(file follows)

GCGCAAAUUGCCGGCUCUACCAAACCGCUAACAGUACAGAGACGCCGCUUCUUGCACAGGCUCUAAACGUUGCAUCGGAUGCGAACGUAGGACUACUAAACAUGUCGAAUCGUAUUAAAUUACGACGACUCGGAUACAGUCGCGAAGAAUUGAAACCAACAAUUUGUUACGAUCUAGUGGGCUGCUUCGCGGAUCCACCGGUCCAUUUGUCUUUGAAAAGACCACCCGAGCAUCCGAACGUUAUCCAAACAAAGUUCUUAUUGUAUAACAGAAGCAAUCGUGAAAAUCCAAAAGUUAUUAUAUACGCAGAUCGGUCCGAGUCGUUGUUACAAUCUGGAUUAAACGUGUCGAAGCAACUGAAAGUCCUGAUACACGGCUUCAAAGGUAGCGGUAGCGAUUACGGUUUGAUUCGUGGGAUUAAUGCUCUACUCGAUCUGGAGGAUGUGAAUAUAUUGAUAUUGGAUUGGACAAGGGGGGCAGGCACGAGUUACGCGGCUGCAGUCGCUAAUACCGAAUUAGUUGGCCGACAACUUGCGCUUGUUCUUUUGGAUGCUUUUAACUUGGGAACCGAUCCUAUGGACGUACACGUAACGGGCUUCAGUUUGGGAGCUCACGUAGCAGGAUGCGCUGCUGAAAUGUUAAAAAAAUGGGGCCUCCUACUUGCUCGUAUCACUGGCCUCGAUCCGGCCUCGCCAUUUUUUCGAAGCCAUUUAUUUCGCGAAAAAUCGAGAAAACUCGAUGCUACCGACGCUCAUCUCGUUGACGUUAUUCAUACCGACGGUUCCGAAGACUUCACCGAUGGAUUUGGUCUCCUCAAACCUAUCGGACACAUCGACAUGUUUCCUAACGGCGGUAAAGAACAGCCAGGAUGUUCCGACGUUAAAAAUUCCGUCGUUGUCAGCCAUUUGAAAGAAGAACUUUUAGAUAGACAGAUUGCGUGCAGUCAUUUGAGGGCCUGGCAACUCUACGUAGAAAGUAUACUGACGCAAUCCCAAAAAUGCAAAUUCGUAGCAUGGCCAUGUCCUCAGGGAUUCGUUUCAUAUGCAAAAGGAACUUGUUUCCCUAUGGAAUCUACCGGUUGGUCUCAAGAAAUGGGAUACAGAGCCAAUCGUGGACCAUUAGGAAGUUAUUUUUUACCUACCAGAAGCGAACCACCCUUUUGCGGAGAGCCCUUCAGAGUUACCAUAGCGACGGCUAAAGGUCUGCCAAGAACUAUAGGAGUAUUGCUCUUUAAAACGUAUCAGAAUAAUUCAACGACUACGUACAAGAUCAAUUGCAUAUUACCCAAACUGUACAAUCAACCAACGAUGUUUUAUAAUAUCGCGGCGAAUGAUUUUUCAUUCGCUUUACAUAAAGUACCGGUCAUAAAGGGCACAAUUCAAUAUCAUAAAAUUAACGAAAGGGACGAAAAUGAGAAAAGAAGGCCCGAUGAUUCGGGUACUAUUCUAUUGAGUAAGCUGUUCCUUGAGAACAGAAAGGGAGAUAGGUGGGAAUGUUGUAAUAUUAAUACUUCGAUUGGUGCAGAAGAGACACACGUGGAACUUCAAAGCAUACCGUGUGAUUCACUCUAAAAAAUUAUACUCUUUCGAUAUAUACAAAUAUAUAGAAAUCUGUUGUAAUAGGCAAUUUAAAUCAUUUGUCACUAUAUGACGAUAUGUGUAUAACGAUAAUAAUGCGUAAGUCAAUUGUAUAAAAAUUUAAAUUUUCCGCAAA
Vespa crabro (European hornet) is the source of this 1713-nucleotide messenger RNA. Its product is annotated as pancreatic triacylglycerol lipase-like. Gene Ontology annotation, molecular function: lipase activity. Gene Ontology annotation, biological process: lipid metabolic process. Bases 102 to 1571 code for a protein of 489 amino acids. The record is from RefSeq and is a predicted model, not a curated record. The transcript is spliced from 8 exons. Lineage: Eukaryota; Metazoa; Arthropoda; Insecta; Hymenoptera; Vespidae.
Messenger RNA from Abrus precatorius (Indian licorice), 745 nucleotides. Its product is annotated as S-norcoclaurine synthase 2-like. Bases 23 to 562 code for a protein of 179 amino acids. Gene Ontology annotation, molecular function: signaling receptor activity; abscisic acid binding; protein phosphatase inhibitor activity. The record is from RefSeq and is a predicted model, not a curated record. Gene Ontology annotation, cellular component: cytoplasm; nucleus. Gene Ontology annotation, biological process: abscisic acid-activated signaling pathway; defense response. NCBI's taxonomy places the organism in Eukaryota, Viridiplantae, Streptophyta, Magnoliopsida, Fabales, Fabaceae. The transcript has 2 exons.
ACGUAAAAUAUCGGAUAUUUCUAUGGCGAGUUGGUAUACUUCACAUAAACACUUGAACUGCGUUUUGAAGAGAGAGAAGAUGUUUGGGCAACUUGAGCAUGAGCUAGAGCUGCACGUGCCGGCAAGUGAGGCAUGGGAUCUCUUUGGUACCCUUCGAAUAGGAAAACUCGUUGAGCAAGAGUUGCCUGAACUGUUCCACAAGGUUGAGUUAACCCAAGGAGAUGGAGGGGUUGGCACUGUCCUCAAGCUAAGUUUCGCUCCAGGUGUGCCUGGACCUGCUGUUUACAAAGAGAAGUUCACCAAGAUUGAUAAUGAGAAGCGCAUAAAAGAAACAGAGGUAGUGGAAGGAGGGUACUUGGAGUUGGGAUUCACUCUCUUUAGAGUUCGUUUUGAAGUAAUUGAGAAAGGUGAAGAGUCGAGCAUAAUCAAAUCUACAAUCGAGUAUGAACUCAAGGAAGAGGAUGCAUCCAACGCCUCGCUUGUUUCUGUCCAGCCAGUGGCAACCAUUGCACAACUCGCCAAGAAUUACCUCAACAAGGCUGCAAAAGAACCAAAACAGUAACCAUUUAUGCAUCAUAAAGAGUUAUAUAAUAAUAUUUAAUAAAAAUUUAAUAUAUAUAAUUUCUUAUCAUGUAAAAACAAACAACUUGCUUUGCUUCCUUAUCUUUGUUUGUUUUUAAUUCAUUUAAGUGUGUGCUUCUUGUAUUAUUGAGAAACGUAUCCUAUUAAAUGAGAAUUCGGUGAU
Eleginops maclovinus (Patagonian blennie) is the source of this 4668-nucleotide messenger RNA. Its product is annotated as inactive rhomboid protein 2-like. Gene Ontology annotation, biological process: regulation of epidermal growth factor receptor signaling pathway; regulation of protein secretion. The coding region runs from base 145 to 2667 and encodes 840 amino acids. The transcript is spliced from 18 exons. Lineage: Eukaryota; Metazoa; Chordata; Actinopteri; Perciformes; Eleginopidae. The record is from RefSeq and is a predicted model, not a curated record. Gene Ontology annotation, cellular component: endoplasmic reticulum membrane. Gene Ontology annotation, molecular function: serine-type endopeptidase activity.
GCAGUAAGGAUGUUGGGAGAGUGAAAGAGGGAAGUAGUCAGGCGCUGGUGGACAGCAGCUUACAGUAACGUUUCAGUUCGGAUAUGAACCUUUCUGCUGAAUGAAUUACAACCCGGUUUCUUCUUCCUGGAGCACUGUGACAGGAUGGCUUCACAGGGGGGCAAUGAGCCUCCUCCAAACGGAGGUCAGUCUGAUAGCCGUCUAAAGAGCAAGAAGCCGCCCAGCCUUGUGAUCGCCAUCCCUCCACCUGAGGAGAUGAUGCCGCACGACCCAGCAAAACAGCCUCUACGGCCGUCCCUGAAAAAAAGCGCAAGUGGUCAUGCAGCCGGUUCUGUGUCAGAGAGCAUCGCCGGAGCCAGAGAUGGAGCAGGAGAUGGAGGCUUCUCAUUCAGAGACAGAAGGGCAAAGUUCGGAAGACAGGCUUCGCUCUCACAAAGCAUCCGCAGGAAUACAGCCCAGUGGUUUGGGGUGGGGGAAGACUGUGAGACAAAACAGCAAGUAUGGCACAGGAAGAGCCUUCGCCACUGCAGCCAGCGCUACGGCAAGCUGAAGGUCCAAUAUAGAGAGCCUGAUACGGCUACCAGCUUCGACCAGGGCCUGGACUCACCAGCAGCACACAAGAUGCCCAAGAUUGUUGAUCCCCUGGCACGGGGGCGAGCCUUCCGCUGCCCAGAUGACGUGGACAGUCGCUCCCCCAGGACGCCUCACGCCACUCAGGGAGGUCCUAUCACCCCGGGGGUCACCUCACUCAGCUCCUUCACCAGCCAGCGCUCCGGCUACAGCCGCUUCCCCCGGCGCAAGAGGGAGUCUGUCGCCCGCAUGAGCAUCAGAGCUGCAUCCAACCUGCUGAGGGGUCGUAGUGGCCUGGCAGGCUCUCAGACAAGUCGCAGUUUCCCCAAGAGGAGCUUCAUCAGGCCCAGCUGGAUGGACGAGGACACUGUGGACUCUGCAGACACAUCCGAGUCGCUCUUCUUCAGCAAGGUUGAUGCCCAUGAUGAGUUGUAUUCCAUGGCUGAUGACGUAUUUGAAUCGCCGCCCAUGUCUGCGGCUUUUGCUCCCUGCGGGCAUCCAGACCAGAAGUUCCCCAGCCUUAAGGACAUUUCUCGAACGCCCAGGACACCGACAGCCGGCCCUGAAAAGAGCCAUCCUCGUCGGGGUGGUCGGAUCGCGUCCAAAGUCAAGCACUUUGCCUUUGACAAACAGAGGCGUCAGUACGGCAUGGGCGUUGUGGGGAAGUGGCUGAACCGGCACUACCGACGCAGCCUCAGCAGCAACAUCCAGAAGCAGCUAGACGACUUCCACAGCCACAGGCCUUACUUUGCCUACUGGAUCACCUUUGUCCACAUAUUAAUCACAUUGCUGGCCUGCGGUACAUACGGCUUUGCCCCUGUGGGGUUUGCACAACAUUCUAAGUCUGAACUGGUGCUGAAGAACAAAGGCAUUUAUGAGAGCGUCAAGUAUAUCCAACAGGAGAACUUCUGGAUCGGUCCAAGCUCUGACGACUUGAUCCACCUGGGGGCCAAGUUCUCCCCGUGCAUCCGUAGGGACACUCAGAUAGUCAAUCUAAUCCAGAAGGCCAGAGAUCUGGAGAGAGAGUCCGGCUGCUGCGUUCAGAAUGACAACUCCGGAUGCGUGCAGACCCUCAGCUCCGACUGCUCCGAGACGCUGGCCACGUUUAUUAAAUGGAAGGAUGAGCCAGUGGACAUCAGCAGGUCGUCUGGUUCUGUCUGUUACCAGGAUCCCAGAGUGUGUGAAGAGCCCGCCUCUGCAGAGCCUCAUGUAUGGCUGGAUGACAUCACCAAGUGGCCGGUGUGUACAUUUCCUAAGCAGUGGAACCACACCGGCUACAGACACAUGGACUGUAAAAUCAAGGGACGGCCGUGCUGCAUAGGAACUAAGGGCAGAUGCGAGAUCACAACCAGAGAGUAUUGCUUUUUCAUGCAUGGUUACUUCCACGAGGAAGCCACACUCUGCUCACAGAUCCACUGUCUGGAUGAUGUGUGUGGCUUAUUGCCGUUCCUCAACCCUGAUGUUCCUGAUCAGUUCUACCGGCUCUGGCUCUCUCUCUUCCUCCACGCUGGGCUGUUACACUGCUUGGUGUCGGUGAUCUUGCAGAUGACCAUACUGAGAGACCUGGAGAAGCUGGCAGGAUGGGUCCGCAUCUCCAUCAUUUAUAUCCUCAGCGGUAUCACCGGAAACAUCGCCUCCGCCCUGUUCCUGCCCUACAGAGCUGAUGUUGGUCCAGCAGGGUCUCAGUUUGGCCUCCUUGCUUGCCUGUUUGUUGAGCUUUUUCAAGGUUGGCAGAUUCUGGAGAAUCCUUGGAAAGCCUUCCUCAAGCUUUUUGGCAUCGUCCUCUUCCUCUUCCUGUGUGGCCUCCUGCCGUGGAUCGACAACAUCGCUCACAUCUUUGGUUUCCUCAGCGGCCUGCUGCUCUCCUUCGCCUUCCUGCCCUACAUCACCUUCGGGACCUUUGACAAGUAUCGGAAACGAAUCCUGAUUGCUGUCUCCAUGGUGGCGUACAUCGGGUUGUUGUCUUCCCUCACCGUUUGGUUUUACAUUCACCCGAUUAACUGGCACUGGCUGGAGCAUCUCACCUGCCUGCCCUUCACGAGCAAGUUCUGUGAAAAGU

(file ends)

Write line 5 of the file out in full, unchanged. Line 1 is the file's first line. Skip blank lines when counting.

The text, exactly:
Eleginops maclovinus (Patagonian blennie) is the source of this 4668-nucleotide messenger RNA. Its product is annotated as inactive rhomboid protein 2-like. Gene Ontology annotation, biological process: regulation of epidermal growth factor receptor signaling pathway; regulation of protein secretion. The coding region runs from base 145 to 2667 and encodes 840 amino acids. The transcript is spliced from 18 exons. Lineage: Eukaryota; Metazoa; Chordata; Actinopteri; Perciformes; Eleginopidae. The record is from RefSeq and is a predicted model, not a curated record. Gene Ontology annotation, cellular component: endoplasmic reticulum membrane. Gene Ontology annotation, molecular function: serine-type endopeptidase activity.